Coaching & Leadership Development
January 23, 2020

Dear New Headteachers – 7 Things You Should Know

Dear New Headteachers – 7 Things You Should Know

 

This blog comes from former Secondary Headteacher and local authority assistant chief executive in Scotland, Isabelle Boyd.


 

Dear New Headteachers,

 

It can seem a daunting task to be responsible for a large school of perhaps 1,000-plus young people, 100-plus staff, not to mention being accountable to the local authority, families, communities and inspectors.

 

But looking back on my experience as a Secondary Headteacher, I’ve learnt it doesn’t have to feel that way. Here’s my advice to you…

 

1. Be clear about what kind of school you want to lead

 

What defines your school? Create this vision for your school – know it, live it – and make everything you do be a step towards it. Every decision must be aligned with it. The full school community will be watching when you make a decision, therefore consistency is crucial.

 

Walk the corridors, be in the social area, be available. You know that you want your school to be one where people feel happy to say “yes” and where decision making is shared.

 

2. To make progress, you have to take risks

 

Ideas that teachers or pupils present may seem a little unsafe and crazy, but say “yes” and sweat the detail of how to make it work later. Policies, processes and procedures, although tedious and unexciting, are necessary drivers for innovation and change. So, devise processes and procedures to give all stakeholders confidence in the basics and in the direction of travel.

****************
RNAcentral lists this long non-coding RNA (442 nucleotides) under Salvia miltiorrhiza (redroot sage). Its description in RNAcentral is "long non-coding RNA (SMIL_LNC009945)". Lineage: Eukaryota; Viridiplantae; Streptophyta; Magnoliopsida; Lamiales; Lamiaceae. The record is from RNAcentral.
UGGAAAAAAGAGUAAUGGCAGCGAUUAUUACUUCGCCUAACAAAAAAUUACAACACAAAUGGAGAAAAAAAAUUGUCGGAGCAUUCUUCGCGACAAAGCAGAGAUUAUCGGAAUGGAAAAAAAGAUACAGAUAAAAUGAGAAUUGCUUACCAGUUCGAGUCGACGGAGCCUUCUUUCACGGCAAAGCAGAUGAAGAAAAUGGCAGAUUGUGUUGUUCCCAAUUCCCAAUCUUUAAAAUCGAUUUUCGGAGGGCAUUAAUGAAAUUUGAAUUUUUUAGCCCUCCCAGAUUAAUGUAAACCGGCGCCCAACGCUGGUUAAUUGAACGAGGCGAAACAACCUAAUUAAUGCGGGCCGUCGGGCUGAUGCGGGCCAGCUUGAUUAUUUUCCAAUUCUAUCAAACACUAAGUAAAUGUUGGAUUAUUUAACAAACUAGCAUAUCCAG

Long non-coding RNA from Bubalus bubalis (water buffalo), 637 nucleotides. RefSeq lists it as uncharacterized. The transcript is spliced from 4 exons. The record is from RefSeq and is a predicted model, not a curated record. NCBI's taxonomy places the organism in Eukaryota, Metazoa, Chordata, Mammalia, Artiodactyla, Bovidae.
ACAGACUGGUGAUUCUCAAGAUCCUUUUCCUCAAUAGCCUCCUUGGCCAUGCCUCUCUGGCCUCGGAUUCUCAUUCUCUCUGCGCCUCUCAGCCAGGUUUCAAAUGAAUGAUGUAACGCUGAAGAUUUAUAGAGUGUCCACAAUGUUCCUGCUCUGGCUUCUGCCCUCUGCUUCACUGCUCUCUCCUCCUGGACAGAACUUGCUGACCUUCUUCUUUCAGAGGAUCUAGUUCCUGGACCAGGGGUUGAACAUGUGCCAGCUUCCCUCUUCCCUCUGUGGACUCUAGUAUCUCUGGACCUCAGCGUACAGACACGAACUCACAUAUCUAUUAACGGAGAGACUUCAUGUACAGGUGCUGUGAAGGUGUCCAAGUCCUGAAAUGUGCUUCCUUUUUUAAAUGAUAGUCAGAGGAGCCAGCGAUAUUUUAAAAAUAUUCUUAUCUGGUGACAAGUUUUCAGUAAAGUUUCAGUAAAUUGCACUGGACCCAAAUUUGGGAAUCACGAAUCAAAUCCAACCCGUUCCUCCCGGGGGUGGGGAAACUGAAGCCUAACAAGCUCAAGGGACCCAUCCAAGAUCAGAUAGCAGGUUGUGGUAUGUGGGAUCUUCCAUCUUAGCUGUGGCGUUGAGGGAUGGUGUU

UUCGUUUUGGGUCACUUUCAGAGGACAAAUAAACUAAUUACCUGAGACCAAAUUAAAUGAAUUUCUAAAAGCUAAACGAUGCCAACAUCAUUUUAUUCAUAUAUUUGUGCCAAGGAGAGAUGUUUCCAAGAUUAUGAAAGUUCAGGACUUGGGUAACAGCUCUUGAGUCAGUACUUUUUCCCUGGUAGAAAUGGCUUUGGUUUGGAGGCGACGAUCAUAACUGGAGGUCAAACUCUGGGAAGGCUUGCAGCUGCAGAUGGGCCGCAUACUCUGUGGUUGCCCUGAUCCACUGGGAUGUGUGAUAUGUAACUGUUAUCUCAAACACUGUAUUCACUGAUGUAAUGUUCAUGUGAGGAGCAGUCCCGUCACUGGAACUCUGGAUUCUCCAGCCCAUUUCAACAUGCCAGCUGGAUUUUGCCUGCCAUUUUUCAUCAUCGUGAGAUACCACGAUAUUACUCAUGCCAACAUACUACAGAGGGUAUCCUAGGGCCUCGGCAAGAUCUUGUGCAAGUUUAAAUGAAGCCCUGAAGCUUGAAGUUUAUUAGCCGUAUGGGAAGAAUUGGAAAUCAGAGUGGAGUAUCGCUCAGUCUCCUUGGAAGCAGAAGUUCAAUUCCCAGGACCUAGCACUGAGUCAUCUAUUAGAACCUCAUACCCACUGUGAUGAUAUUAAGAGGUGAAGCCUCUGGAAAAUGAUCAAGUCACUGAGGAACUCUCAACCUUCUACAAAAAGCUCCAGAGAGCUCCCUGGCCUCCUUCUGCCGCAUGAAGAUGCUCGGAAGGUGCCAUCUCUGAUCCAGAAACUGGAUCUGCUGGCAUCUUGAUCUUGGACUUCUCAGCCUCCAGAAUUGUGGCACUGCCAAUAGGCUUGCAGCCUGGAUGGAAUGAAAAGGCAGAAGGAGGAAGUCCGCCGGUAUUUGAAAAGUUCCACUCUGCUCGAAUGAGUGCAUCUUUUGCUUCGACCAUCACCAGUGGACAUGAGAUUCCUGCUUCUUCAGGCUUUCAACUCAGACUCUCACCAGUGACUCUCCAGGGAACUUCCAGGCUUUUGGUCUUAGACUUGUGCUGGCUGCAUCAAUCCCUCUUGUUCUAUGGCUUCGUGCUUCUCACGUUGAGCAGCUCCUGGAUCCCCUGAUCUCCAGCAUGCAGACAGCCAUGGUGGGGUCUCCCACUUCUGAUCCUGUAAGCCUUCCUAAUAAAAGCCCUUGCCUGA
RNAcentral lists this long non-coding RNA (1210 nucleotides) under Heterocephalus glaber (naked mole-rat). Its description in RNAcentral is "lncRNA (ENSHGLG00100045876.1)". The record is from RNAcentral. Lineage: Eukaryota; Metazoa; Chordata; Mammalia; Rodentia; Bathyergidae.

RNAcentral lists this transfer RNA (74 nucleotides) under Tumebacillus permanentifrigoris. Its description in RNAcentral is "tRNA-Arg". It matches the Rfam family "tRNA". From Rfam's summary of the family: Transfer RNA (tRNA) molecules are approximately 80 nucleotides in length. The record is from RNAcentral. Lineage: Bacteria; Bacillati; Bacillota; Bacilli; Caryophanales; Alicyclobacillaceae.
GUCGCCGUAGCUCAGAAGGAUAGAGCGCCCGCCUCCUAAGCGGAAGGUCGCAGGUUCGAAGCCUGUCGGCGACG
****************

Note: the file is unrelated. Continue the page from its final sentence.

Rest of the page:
3. Being headteacher is not a one-man/one-woman show

 

Create and nurture alliances and networks within your school but never underestimate the authority of your office; learn to live with and accept your new persona. Ensure clarity when consulting with stakeholders so that everyone knows the parameters of their influence.

 

You want to avoid Napoleon’s “veneer of democracy”, so work to consult stakeholders in real decision making early on, to demonstrate the vision and your willingness to collaborate and build community.

 

4. Do not waste energy on those who do not want to participate

 

Instead, reach out to those who are willing to get involved.  Do not be hidebound by an individual’s status, positions held or job titles.

 

For example, if you want to drive curricular change in a particular way, and the volunteers are un-promoted class teachers and not curriculum principal teachers, grab these volunteers, nurture them, grow them and they will be the future of the school for the benefit of all children and young people – and their own colleagues.

 

5. Consensus is overrated

 

Some evidence suggests that 20 per cent of people will be against anything. When you realise this, you avoid compromising what really should be done because you stop watering things down. If you always try to reach consensus, you are being led by the 20 per cent.

 

The cynical corner of the staffroom will eventually dissipate in influence and membership. The reluctant and the cynics will come along when you either hit on the idea that speaks to their heart  – or when they realise they are out on a limb while colleagues are making progress and feeling satisfied.